If you haven’t read Le Morte d’Arthur you really must, because Thomas Mallory was a fascinating dude and his stories–many of which inspired the versions of Arthurian legends we’re familiar with today–are just completely bonkers.
Lancelot has a habit of finding himself in the wrong lady’s boudoir. One day he randomly wanders into a pavilion, sees a bed, and decides to sleep in it, because Lancelot is to sleeping in random beds as Gawain is to dares from strange men. Turns out the bed belongs to a lady, because this happens:
THEN within an hour there came the knight to whom the pavilion ought, and he weened that his leman had lain in that bed, and so he laid him down beside Sir Launcelot, and took him in his arms and began to kiss him. And when Sir Launcelot felt a rough beard kissing him, he started out of the bed lightly, and the other knight after him, and either of them gat their swords in their hands, and out at the pavilion door went the knight of the pavilion, and Sir Launcelot followed him, and there by a little slake Sir Launcelot wounded him sore, nigh unto the death. (Source)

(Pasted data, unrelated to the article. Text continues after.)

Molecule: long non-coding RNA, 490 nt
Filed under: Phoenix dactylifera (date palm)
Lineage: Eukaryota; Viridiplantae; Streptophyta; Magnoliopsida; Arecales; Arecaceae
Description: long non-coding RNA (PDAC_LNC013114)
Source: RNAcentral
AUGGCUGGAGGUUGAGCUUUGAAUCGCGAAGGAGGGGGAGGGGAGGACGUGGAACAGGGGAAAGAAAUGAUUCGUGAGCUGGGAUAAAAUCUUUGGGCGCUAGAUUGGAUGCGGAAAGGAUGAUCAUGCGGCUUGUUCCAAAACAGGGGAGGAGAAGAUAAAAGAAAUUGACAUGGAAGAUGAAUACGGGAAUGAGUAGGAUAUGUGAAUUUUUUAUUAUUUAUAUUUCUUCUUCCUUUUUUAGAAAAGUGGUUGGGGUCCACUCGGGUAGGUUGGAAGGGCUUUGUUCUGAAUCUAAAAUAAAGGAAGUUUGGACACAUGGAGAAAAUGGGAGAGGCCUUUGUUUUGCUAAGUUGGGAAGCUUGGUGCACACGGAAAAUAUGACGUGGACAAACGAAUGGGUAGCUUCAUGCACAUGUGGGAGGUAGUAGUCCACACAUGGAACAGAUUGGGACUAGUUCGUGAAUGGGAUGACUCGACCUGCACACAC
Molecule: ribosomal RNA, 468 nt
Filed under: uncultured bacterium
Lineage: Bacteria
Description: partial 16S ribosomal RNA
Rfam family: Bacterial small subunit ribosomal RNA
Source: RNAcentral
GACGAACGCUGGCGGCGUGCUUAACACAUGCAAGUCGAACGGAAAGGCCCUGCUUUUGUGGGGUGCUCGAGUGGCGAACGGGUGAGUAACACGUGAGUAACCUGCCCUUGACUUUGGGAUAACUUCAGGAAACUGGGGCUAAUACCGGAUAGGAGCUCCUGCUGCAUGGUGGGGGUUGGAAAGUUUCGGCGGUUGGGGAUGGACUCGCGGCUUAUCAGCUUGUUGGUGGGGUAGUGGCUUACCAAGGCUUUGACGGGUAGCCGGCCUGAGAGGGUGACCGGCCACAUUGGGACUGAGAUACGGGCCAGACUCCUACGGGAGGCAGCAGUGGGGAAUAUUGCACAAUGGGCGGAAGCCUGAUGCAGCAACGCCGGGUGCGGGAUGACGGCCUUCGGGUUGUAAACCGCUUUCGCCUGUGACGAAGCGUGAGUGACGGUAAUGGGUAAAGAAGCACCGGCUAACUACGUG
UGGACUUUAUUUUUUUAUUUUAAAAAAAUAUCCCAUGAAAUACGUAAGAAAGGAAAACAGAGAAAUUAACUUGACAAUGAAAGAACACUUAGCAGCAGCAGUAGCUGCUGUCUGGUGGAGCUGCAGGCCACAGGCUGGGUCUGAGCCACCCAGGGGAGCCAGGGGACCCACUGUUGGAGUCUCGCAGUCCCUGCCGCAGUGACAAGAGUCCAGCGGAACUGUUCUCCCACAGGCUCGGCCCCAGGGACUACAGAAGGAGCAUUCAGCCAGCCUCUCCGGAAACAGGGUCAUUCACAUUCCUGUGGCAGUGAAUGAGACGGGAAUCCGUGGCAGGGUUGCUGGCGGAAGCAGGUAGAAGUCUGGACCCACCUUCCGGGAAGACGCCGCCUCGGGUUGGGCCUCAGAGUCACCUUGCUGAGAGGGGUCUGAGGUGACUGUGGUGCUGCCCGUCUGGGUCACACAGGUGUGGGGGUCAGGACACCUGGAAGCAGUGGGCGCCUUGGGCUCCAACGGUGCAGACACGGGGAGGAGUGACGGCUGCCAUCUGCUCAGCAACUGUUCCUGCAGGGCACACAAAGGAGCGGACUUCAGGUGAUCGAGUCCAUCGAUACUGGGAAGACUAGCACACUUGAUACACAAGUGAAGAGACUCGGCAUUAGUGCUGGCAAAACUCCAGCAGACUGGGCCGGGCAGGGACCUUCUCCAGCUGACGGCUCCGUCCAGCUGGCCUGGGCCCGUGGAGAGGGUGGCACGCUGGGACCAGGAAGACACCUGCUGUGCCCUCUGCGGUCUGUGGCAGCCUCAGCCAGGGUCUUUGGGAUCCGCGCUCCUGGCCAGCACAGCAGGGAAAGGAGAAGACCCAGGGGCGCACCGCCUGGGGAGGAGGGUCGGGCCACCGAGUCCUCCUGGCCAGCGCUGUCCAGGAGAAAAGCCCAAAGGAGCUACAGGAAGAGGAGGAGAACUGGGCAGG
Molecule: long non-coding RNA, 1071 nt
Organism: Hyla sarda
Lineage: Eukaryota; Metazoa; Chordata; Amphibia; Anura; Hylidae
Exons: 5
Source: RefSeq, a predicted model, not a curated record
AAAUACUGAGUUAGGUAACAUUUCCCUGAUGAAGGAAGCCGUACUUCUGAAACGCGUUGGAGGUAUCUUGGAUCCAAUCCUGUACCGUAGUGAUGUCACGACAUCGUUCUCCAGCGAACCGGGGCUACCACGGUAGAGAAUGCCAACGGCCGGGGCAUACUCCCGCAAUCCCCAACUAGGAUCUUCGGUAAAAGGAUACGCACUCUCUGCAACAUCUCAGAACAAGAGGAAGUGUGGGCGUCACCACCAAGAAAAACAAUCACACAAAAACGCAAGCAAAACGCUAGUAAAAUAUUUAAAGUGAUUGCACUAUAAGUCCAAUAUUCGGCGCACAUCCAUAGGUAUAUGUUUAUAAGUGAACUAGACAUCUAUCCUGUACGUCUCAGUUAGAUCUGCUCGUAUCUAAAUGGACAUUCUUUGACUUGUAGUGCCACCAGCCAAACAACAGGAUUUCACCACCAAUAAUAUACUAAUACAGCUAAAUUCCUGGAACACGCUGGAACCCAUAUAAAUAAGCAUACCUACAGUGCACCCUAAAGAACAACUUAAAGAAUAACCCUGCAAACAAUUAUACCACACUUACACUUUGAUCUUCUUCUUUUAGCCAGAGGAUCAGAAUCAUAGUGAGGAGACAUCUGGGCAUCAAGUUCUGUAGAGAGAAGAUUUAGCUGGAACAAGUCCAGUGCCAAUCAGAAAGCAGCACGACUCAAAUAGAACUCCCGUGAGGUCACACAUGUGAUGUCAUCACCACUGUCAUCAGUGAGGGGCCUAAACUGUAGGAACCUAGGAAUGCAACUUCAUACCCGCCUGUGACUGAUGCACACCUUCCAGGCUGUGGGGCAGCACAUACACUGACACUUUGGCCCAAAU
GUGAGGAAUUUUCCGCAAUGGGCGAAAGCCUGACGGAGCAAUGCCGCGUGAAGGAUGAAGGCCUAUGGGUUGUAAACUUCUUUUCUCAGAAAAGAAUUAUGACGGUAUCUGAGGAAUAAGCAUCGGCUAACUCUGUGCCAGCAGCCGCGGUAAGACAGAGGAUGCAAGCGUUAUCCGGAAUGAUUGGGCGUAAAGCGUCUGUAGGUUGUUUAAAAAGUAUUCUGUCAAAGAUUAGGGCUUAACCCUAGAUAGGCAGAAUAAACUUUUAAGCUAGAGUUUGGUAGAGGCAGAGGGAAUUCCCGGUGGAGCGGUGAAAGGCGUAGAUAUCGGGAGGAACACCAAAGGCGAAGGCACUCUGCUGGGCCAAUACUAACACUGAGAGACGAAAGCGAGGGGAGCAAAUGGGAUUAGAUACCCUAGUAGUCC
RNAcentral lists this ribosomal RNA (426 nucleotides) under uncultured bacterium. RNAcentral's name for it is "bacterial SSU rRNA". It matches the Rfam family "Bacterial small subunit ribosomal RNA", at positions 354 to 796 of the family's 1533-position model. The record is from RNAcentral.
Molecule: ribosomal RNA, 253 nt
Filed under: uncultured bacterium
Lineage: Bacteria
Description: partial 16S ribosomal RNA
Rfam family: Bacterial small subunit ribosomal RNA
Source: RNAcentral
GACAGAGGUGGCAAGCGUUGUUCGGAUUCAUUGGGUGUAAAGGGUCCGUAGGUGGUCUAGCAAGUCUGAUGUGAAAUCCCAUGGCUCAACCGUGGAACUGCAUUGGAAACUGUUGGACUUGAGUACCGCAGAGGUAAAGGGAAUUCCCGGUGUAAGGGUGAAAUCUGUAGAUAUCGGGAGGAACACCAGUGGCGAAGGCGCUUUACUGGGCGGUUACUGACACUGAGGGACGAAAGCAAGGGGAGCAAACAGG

Why did Lancelot not assume that the random bed in the middle of the forest belonged to somebody? Why did the other knight not notice that his lady was a dude for so long? Does Lancelot have narcolepsy? Perhaps he should consider bringing a sleeping bag on his next solitary forest adventure. For real, he is always snoozing in the worst possible place.
Source. I may do a whole post on Aubrey Beardsley’s illustrations of Morte D’Arthur, because they are also hilariously weird and full of penises.